Japanese Paper Products

Japanese paper, “Washi” is carefully handcrafted from the fibers of plants. Washi is thin, yet durable and resilient against water. Moreover it is an acid-free paper, meaning it does not degrade easily. It is said that the life of paper is 100 years for Western paper and 1000 years for Japanese paper. Making the most of this feature, Japanese paper is used to preserve and restore paintings and ancient documents in art galleries and museums around the world. Toyama has a long history of washi-making, with a record of “Etchu washi” appearing in a document of Shosoin, the Imperial Treasure House, dating back over 1200 years. Etchu washi is the collective term for “Yatsuo washi”, “Gokayama washi” and “Birudan washi” and is a designated national traditional craft. Washi is still being produced using the ancient techniques in all three of these regions.

Yatsuo Washi

The town of Yatsuo is best known for its “Owara Kaze no Bon Festival”. The Yatsuo washi paper made here developed along with the pharmaceutical industry, being used to make medicine packages, ledgers to record who received medicine and so forth.
Even today, the craftsmen of Yatsuo continue to use the unchanged techniques of the past, carefully completing each step of the process from layering to dying. Leveraging its features of being tough and long-lasting, Yatsuo washi is used in business cardholders, cushions, wallets, pen stands, handbags and more. Yatsuo washi is the key element in a lineup of exquisite items with a texture you won’t grow tired of.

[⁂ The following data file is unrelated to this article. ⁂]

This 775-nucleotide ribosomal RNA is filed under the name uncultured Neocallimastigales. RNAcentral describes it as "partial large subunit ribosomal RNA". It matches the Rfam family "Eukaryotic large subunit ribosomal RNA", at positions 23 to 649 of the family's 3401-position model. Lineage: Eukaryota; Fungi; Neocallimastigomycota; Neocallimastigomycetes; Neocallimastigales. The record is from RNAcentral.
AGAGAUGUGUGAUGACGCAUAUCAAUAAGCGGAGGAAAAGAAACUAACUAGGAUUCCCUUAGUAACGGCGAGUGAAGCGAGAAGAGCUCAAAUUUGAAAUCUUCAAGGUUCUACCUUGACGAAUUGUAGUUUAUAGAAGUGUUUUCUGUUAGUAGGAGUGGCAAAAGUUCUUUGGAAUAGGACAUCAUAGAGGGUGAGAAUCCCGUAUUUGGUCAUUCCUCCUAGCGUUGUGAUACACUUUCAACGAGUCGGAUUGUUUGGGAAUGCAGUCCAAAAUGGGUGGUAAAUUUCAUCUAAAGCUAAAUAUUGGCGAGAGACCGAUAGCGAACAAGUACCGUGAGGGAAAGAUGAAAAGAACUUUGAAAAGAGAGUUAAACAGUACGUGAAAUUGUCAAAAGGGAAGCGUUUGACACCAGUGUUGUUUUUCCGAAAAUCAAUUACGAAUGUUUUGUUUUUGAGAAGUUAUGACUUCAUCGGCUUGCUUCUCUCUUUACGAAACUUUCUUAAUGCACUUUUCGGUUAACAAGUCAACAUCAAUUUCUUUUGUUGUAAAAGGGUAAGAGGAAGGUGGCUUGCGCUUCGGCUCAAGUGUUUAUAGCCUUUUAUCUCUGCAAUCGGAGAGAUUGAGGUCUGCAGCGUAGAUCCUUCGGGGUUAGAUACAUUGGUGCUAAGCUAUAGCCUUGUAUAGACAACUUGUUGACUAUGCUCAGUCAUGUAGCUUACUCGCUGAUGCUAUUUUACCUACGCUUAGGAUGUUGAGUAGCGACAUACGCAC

Gokayama Washi

Gokayama gassho zukuri village is renowned as a world heritage site. The Kaga-han exerted much effort into the manufacture of paper since ancient times, hence the area became the production base of premium washi. Even today, there are many washi products such as calligraphy paper, post-its, letter sets and so on. We also recommend the paper mache dolls made from washi. The dolls include the Hina Doll and the Boy’s Day Doll, true representations of authentic Japanese culture which are perfect for expressing the simple appeal and texture of washi.

Birudan Washi

Asahi is a town on the eastern tip of Toyama prefecture. Amongst magnificent natural surrounds, Birudan washi is made in the populated woodlands. In the past, this region had over 100 washi-making factories, but now there is only one who carries on the tradition. Faithfully protecting techniques of old, this craftsman lovingly performs all the washi-manufacturing steps by hand, from growing of ingredients to the final touches. Birudan washi is known for being durable, resilient and soft.

Go to the top page